Learning from Home - Supporting Students with Additional Needs

  Individual Planning

Learning from home opportunities should be based on the regular quality teaching that occurs in the classroom. Adjustments to teaching and assessment that differentiate the learning experience for all students should also be maintained.

Detailed below are some further considerations for reviewing individual planning processes for students with additional needs when learning from home.

Considerations have been organised in a similar format to an Individual Plan. First, a potential barrier to remote learning is acknowledged, appropriate adjustments are identified and then actions are detailed to implement the adjustments.

Resource lists to assist with literacy and numeracy learning from home, as well as considerations for supporting students from English as an Additional Language or Dialect background, are also available.

  Support Staff (Teaching Assistants/Aides) Providing Remote Support to Students

Support provided by Teaching Assistants/Aides may include:

  • Assisting in the creation of teaching resources both physical and electronic such as home packs and individualised visual timetables.
  • Assisting students to sign up for variety of online programs/apps.
  • Sharing, with the teachers, the checking of student progress within online programs/apps.
  • Co-hosting virtual classrooms with teachers, to monitor learning, check progress, answer questions and maintain familiar contact.
  • Being assigned to break out rooms within virtual classroom to assist small groups to access and complete tasks.
  • Providing follow up tutorials to students and parents/carers (phone, video) specially targeting use of technology at home.
  • Monitoring student progress.

Wellbeing check-in questions may include:

  • How are you structuring your day?
  • Are you taking breaks? What are you doing in them?
  • How are you getting help when you need it?
  • How are you feeling about working at home? What could make it better?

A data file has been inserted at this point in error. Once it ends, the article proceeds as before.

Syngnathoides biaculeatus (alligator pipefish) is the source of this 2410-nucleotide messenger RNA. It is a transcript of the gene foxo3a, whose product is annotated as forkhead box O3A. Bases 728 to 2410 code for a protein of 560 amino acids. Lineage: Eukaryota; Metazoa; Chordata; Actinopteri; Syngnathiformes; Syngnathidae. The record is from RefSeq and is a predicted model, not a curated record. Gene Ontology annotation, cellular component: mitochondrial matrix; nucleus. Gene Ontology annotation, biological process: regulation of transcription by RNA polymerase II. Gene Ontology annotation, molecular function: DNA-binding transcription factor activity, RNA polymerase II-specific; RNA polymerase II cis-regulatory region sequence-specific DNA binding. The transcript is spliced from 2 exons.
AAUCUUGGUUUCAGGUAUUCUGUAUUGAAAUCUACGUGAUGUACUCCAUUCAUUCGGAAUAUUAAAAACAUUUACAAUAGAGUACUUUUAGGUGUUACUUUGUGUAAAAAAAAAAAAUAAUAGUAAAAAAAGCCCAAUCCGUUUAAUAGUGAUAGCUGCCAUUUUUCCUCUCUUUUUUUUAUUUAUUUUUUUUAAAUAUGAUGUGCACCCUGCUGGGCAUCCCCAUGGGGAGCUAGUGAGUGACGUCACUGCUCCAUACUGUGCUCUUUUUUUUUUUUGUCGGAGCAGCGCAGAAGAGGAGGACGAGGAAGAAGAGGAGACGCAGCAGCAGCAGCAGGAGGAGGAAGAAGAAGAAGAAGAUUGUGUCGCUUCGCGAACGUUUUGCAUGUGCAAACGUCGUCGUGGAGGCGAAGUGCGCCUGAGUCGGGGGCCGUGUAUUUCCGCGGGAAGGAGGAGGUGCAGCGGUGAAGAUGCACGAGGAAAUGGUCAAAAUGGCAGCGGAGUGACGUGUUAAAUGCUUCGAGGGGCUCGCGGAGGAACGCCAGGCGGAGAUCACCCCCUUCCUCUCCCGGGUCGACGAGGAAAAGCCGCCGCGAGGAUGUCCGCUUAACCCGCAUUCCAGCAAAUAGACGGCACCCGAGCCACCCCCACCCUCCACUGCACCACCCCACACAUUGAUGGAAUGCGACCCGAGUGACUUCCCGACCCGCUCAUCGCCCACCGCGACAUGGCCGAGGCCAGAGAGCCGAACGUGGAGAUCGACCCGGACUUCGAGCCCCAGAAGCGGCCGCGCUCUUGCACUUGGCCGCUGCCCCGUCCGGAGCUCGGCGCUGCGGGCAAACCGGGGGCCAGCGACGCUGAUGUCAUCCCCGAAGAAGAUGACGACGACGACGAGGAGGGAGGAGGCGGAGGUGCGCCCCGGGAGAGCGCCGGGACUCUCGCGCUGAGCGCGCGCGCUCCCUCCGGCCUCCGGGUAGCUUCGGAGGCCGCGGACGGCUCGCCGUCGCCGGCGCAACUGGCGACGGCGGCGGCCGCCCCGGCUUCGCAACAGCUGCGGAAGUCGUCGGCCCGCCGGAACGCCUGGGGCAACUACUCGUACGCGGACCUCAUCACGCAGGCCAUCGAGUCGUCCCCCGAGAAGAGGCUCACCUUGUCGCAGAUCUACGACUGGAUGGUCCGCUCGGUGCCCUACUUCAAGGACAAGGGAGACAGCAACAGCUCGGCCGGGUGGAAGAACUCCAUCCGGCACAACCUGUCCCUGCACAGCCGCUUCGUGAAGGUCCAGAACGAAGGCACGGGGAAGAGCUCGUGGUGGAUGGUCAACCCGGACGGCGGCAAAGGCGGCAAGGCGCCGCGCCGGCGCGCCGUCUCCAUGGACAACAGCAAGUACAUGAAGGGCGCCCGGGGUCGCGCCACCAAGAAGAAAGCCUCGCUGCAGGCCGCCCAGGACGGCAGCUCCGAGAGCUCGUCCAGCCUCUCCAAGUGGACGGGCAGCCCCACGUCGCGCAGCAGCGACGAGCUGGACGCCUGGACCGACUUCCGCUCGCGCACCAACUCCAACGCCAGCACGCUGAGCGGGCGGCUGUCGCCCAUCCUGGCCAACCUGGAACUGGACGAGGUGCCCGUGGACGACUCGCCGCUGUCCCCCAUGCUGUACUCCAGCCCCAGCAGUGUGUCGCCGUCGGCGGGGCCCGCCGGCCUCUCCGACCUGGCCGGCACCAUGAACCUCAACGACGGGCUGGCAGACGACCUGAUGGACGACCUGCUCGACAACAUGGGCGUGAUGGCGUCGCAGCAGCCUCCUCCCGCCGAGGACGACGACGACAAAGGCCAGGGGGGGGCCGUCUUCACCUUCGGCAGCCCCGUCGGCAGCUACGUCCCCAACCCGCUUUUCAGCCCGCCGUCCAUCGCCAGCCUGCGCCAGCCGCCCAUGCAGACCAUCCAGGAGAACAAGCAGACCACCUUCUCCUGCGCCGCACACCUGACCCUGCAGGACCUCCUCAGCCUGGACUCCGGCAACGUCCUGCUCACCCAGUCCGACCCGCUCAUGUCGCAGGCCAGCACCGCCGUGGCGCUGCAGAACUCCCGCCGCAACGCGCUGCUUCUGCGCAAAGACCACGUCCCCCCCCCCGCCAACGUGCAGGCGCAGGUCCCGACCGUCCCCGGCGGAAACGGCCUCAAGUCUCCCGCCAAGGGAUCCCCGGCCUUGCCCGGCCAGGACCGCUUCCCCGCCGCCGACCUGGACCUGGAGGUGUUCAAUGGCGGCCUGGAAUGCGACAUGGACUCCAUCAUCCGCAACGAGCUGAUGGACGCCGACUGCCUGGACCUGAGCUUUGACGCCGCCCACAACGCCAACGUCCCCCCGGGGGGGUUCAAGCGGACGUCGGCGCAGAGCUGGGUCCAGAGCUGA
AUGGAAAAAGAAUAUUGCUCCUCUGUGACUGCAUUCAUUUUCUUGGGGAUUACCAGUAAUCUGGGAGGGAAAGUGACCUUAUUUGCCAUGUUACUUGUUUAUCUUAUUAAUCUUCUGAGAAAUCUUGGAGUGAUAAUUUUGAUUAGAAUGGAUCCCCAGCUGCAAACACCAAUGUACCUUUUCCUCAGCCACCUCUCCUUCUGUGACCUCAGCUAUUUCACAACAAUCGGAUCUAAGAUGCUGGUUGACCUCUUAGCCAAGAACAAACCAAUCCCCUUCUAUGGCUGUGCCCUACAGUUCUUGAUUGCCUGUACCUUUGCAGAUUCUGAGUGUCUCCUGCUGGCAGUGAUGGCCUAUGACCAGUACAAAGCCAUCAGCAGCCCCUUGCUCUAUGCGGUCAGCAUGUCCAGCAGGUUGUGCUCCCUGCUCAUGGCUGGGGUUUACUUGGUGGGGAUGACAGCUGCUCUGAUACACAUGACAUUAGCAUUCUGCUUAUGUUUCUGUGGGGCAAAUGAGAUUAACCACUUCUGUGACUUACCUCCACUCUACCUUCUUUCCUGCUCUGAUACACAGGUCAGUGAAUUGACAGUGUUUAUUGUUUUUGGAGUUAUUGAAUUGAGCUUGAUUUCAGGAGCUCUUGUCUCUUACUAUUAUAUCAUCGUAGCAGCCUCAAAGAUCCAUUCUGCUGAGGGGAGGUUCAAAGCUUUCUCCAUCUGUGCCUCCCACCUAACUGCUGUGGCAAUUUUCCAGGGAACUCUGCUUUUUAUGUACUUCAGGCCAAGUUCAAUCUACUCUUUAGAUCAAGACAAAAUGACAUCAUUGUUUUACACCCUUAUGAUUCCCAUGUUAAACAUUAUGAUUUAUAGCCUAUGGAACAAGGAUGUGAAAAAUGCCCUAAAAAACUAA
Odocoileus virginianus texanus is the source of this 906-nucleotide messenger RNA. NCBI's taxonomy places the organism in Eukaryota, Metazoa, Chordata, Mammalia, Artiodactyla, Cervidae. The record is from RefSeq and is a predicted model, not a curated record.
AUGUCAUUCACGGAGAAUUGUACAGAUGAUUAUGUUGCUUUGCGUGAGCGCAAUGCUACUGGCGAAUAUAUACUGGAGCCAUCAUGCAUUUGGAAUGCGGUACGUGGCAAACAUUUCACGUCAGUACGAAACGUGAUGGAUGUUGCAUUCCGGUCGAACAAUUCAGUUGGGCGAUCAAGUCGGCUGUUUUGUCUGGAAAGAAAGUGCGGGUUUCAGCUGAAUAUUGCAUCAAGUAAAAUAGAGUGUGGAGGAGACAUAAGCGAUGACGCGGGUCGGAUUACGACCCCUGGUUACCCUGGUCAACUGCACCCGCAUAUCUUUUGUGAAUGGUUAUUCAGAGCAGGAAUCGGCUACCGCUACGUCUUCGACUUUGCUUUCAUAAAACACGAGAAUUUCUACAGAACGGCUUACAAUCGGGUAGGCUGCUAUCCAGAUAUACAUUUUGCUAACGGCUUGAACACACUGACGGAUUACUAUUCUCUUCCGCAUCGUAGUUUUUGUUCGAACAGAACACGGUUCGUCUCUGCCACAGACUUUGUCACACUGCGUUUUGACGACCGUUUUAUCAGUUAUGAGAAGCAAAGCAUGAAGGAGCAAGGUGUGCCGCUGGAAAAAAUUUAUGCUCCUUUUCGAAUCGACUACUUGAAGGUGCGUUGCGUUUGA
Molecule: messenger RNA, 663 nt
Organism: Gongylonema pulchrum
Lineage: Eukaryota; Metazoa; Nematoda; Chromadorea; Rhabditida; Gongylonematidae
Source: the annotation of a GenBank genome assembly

Teaching and Learning check-in questions may include:

  • What are you working on today?
  • What work are you finding hard?
  • Where are you up to up to?
  • Have you got any questions?
  • If student is having trouble with the task, break it down and set a short-term goal.

Intervention Programs

It is important to note that many intervention programs are underpinned by extensive evidence about what constitutes effective instruction. This includes teacher-led instruction and the interchange between the teacher and student. It is the responses from both the teacher and the student, when checking for understanding, that are critical.

Common interventions programs used in schools include MiniLit, MacqLit and the MultiLit Reading Tutor Program. Further guidance on delivering these programs is provided on the MultiLit website here.

  Accessibility Options

For some students with additional needs, technology may provide an alternate format for accessing learning.

Schools use a variety of devices and platforms that in many cases, already include accessibility features. These features can assist students to access the curriculum while working remotely. Some key accessibility features have been identified below with a description of how they may be used to assist learning. Links to various platforms and technologies have been provided. This list is by no means exhaustive.